OK, the wording should be One Adam 12, but if you know the reference you’ve been on the planet and watching TV for far too long. But Adam Audio GmbH, of Germany, was one of several manufacturers (including KEF, Totem, and Wharfedale) attempting to make music on the open show floor. The strikingly styled Tensor Gamma Mk2 shown here is the smallest model in Adam’s top of the line Tensor Mk2 Series.
Screen Innovations has incorporated adjustable (and defeatable) backlighting at the boarders of its zero-edge, fixed-frame projection screens. Just don’t call it Ambilight! Apart from this, however, I saw a stunning, bright, and colorful image (granted, the source was Speed Racer) on the 138-inch diagonal, 2.35:1, 1.4-gain Black Diamond screen, driven by a Sony VPL-VW1000 4K projector and a standard 2K Blu-ray disc.
I always take time out at CEDIA to sample some of the home theater seating exhibits that sprinkle the show floor. OK, so it’s a tough show and the dogs do bark! This jumbo love seat from Cinema Tech is more than just comfy. It not only reclines, but a powered headrest can be raised or lowered, depending on your needs of the moment. It’s available in different configurations (such a single seat). The catch is the price (for the loveseat shown) of about $7500 depending on the leather selected. A number of other manufacturers were also showing theater seats with adjustable headrests.
JVC’s booth on the show floor, using its top of the line DLA-X95R projector with e-Shift2 technology, provided one of the more eye-popping demos at the show. The 2D demo, with clips produced specifically for demonstration purposes from a 4K source file downscaled to 2K for transfer to Blu-ray, looked incredible on a 123” diagonal, 16:9, Stewart Studiotek 130 screen, suggesting that e-Shift2 really is a genuine step up from last year’s original e-Shift. The sound was special as well, provided by Definitive Technology speakers (anchored by the Mythos Super Towers at the left and right).
Digital Projection was featuring Its D-Vision 35 LED ($39,000 with lens) and D-Vision Scope ($34,995). Both are single-chip home theater designs, identical in form factor to the photo here, but very different in their features. The D-Vision LED uses LED lighting for consistent color and long life, though with some sacrifice in brightness. The D-Vision Scope has a higher than HD resolution chip that enables projection of 2.35:1 films without an anamorphic lens and with an on-screen pixel density of 2560 x 1080. Both looked outstanding, though I favored the brightness and big screen capability of the D-Vision Scope.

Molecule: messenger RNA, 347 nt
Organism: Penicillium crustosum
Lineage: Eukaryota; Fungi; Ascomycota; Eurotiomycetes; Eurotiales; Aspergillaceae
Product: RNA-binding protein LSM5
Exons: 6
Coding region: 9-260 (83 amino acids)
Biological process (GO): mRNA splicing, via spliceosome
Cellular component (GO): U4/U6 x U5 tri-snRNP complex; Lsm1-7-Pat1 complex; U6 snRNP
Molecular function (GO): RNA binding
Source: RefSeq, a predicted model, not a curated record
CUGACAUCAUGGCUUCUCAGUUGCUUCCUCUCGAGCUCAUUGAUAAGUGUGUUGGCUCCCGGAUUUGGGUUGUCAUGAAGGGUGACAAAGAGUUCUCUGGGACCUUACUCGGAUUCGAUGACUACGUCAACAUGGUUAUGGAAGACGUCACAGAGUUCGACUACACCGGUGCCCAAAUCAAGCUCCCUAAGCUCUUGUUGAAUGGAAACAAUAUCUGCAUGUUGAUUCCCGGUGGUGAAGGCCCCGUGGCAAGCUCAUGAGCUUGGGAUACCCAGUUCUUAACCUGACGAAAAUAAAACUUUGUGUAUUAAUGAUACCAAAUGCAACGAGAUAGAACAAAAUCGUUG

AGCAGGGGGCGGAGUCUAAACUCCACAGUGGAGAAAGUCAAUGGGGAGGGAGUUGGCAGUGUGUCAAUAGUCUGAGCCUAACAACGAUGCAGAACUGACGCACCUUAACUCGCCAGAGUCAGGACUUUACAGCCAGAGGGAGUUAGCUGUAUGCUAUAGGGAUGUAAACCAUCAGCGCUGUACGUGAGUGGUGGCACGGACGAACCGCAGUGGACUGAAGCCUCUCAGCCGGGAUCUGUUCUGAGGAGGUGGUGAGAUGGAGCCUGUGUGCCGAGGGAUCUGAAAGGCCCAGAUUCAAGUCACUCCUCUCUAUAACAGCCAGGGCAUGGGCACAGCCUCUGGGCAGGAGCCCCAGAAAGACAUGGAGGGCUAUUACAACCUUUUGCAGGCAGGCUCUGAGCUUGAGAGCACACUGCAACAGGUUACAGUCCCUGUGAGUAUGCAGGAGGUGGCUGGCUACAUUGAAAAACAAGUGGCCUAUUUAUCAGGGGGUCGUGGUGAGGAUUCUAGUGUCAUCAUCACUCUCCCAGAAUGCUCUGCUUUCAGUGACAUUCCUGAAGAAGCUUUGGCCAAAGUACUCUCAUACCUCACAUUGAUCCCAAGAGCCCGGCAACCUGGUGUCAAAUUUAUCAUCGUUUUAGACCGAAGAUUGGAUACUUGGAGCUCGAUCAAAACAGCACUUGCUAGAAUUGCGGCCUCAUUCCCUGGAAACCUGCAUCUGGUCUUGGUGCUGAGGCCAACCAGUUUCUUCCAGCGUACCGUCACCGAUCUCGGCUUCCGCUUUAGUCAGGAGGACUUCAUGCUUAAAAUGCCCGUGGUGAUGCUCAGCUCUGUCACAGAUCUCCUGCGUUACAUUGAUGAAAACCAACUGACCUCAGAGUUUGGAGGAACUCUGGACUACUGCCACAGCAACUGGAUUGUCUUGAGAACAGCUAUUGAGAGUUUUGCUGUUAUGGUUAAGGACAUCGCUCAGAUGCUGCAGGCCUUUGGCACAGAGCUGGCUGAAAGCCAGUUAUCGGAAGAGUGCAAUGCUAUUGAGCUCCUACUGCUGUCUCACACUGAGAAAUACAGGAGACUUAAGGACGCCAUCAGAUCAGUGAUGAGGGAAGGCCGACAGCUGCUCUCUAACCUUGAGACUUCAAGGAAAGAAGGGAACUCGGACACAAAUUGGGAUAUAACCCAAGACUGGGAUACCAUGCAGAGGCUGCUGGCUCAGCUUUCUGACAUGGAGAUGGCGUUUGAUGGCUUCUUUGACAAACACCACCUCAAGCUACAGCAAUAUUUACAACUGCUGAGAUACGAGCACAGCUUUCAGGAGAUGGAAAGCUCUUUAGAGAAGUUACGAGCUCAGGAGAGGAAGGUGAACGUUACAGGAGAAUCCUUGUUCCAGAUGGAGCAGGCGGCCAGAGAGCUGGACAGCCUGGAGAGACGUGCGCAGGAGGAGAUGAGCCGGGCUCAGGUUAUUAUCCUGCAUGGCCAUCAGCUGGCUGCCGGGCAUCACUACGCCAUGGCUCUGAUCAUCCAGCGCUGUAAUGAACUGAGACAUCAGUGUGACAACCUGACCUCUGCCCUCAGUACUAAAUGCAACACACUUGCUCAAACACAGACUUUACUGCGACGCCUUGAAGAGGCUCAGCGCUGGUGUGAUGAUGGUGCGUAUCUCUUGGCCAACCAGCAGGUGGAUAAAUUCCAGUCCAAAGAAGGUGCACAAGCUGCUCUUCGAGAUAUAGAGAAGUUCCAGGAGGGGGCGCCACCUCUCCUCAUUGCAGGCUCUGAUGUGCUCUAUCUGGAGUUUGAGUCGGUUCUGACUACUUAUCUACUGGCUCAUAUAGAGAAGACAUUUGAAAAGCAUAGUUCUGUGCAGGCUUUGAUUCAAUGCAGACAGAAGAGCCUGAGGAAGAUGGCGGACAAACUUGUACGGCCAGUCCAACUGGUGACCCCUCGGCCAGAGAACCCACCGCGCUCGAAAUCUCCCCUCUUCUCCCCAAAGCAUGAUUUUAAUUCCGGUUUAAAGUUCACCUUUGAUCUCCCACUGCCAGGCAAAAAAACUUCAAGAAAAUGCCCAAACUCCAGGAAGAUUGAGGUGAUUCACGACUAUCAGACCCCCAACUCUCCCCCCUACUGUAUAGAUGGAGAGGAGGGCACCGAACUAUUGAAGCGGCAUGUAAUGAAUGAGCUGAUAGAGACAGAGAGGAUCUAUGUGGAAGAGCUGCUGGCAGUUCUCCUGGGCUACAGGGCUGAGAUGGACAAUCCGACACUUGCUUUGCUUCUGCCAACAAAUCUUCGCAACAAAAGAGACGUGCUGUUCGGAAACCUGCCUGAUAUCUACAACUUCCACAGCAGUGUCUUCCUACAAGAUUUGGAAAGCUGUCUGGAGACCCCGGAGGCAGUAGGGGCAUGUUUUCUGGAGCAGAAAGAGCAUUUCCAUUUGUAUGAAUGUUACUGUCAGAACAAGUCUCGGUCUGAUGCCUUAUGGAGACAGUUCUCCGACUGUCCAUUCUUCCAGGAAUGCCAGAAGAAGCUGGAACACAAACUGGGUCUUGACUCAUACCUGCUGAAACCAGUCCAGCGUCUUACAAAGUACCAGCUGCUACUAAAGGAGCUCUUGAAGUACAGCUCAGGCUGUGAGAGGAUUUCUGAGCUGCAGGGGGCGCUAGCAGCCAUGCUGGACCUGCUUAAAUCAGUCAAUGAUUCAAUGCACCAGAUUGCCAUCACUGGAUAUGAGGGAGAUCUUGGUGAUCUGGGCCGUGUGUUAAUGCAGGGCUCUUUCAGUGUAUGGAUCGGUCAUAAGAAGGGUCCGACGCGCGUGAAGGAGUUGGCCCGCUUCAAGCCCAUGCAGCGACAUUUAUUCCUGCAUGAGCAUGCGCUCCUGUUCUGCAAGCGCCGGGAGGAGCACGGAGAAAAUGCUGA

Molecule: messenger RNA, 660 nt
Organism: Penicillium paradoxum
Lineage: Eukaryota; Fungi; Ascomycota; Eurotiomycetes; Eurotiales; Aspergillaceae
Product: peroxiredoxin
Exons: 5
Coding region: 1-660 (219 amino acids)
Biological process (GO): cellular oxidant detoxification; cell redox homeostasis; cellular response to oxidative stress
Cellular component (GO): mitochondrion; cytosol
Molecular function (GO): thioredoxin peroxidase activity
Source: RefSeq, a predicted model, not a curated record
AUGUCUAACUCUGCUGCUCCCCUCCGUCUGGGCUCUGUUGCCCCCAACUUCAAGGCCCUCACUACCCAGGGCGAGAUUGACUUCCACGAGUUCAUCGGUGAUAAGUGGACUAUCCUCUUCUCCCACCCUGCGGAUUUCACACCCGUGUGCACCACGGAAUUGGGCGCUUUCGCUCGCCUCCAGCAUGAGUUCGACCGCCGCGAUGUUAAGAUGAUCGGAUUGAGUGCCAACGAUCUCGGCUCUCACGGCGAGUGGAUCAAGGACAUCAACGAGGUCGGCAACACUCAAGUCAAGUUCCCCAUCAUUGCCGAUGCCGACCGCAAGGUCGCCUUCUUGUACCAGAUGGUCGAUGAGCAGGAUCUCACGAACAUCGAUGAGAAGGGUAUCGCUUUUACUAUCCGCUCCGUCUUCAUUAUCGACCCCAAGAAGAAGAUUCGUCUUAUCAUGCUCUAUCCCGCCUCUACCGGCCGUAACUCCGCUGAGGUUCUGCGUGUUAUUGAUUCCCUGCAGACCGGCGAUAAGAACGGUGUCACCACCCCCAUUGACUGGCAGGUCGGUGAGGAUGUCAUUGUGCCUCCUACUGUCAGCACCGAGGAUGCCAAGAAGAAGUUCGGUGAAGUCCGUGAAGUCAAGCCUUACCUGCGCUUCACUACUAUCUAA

Black gloss has been the default finish for speakers for ages so when I saw a home theater suite of white-gloss speakers I stopped for a closer look. Adam Professional Audio, a German company known for its studio monitors, launched the ARTist Series line of consumer speakers speakers at CEDIA Expo with five powered models: the ARTist 3 and ARTist 5 bookshelf models with 2 x 25 and 2 x 50 watts of power, the ARTist 6 mini tower with 3 x 35 watts, the ARTist 6H center speaker with 3 x 35 watts and the ARTist Sub with 140 watts driving a 7-inch woofer.
The system's sonic character is defined by Adam's smooth sounding X-ART (eXtended Accelerating Ribbon Technology) tweeter, which improves on the Heil Air Motion Transformer concept developed in the '70s. Instead of the piston motion of conventional tweeters, a pleated diaphragm produces sound by squeezing air out like the bellows of an accordion, which is said to avoid distortion and dynamic limiting. Each speaker has RCA and XLR inputs and the bookshelf models also have USB and minijack connections.
The ARTist system shown (ARTist 5s are used as surrounds) sells for $5,100 and, yes, the speakers are also available in black gloss.
After yesterday's Media Preview appearance, the GoldenEar SuperCinema 3D Array soundbar offered smooth performance with dynamically challenging movie material and the broad on- and off-axis imaging afforded by its folded ribbon tweeter. We'd say it's worth the $999 pricetag.
The long-awaited debut of the Atlantic Technology H-PAS PowerBar 235 will come in about two weeks, when it will finally ship, offering the most extended bass you can get in a bar thanks to ingenious multi-chambered enclosure design. Numerous tweaks over the last few months include the addition of DTS decoding, and Atlantic makes a big point of having on-board Dolby Digital decoding as well, as opposed to counting on a conversion to PCM (which we're told some new LG TVs won't do). More tweaks: vocal enhancement to push dialogue forward, left-minus-right surround expansion, a less aggressively illuminated display that fades to black after confirming setting changes, and replacement of the see-through grille for something more discreet.